Flexibility Is Key: The Next Generation of Parental Choice Solutions

CascadeNewLogoBy Kathryn Hickok

Families in five states now have access to a special program called Educational Savings Accounts.

Educational Savings Accounts, or ESAs, allow parents to take money the state otherwise would spend on their children in the public system and put it on a restricted use debit card. Parents can spend this money on a wide variety of approved educational options, including private school, individual tutoring, online classes, and other services. Any money not used is rolled over for parents to spend in the future.

The Friedman Foundation for Educational Choice surveyed Arizona families to see how they are choosing to spend the resources allocated for their kids. The survey found that more than a third of participating families used ESAs for multiple educational purposes, not just private school tuition. It also found that families saved a significant amount of their ESA money for future expenses.

This indicates that ESAs not only expand the learning options available to individual children, but they also encourage fiscal discipline within education spending.

Parents and lawmakers in nearly a dozen states, including Oregon, are working to make this flexible learning option available to more children. The next generation of education reform in America needs to embrace flexibility to meet the needs of every child, and Educational Savings Accounts are proving to be a simple but powerful way to do just that.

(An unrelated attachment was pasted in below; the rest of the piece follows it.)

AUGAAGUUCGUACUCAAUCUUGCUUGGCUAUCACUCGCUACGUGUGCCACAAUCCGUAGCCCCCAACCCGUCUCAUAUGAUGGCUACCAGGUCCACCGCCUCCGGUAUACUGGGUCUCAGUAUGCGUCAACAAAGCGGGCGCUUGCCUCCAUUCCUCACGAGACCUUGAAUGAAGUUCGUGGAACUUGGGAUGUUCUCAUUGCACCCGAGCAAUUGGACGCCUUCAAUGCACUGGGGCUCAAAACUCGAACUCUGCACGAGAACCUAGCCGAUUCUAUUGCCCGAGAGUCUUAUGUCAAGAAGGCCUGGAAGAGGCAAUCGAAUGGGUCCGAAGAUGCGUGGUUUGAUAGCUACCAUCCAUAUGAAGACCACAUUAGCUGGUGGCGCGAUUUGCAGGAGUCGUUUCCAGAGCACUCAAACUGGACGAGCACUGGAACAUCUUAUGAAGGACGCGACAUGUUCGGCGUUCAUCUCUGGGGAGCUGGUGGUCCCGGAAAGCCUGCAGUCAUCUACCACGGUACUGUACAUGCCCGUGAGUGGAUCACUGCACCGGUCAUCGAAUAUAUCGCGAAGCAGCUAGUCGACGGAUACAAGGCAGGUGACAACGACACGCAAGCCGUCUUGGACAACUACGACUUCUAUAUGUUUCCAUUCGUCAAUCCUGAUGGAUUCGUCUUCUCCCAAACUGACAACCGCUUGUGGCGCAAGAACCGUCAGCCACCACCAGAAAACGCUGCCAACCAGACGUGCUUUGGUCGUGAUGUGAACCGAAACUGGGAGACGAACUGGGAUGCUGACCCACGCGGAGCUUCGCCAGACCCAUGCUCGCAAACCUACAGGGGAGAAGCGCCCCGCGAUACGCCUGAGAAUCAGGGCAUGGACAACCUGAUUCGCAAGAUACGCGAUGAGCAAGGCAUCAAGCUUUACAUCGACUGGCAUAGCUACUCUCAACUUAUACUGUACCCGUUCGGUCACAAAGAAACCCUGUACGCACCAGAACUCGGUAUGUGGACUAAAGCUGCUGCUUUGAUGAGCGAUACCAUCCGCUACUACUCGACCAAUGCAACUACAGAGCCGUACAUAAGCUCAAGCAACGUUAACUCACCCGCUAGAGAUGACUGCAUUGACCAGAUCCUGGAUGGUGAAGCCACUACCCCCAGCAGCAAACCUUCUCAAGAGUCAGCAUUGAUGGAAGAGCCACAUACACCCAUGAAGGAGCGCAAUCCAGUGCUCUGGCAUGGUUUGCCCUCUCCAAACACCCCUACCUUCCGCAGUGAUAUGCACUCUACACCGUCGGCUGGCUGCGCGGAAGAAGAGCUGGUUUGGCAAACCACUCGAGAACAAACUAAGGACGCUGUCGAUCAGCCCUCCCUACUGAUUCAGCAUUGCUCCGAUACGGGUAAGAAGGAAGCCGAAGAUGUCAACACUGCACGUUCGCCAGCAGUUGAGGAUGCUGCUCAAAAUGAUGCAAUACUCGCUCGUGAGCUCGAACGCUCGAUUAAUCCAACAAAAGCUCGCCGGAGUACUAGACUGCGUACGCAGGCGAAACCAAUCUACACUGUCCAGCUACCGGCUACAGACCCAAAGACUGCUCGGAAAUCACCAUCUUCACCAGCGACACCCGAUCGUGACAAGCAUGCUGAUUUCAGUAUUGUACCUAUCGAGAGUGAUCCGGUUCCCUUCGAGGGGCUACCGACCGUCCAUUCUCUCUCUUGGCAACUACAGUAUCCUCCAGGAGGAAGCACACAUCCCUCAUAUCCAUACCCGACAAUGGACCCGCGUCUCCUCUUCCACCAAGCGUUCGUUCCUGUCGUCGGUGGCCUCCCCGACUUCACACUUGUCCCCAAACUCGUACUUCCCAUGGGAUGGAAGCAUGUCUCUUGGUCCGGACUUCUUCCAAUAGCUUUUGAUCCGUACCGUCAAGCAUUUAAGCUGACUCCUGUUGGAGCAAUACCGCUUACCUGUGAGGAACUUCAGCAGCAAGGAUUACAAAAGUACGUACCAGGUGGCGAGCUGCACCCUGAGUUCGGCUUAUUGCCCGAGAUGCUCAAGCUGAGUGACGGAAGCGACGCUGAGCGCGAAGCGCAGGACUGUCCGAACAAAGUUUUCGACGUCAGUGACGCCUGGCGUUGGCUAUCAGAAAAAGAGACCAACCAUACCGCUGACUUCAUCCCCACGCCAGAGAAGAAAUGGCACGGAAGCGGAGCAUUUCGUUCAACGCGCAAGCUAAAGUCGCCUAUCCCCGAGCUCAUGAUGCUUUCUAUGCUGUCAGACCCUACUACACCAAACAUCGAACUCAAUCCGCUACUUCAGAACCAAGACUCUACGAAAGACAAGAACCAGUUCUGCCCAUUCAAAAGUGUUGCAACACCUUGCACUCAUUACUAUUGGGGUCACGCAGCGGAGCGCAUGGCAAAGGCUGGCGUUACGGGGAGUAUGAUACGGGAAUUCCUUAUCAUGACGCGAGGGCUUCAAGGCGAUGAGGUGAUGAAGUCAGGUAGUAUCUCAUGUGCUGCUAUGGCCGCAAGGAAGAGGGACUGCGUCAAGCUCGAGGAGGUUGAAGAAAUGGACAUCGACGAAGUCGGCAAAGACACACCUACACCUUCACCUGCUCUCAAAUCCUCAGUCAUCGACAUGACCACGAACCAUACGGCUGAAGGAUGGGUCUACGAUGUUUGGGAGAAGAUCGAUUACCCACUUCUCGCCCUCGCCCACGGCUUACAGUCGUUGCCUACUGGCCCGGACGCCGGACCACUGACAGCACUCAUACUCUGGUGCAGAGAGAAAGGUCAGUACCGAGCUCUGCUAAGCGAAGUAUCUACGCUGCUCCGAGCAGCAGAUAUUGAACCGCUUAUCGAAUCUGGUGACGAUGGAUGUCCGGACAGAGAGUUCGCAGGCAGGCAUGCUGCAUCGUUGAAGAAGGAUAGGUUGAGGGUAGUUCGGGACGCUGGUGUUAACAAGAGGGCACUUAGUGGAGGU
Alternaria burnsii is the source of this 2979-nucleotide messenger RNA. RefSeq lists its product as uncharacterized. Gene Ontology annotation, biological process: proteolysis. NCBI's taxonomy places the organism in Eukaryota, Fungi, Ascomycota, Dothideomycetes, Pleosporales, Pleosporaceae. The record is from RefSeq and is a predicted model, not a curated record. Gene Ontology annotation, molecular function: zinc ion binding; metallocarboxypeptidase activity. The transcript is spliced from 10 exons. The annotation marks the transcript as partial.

Kathryn Hickok is Publications Director and Director of the Children’s Scholarship Fund-Portland program at Cascade Policy Institute, Oregon’s free market public policy research organization.

Posted by at 05:00 | Posted in Education | Tagged , | 5 Comments |Email This Post Email This Post |Print This Post Print This Post
  • thevillageidiot

    It is a good start. Watch the teachers union spend massive amounts trying to prevent it from happening. This too could help destroy the current education model. sort of like a disruptive technology.

  • Bob Clark

    Opening up alternatives to the bricks and mortar public education system is, over all, a healthy development. Technology allows for the opportunity to tailor make each child’s education instead of restricting it to the one size fits all bland offerings of public education bricks and mortar.

    Some weeding out of bad educational entities is to be expected in the early years of a launch of new alternatives to the state run public education monopoly. But brands and quality will follow.

    • Connie Kosuda

      brands??? quality???? if only .

      I pity the children whose educational lives are to be ruled by their parents / many of whom are ignorant and prejudiced.

      children need a well-rounded education /not whatever mom and dad pick and choose from the smorgasbord.

      by the way, by law, ALL children are entitled to a free and equal education / and our tax dollars pay for this /

      it is NOT a revolving fund for parents to sit on for their future desires/

      it is the pool of tax dollars already collected, to be apportioned equally for the well-rounded education of all children.

      • Plato WR-101 Republic

        Sharia and begorra, you may be ripe on to something connie-hensable.

  • Granola girl

    As a parent I certainly hope this becomes a reality. I would have liked to have my kids in private school, but could not afford it.

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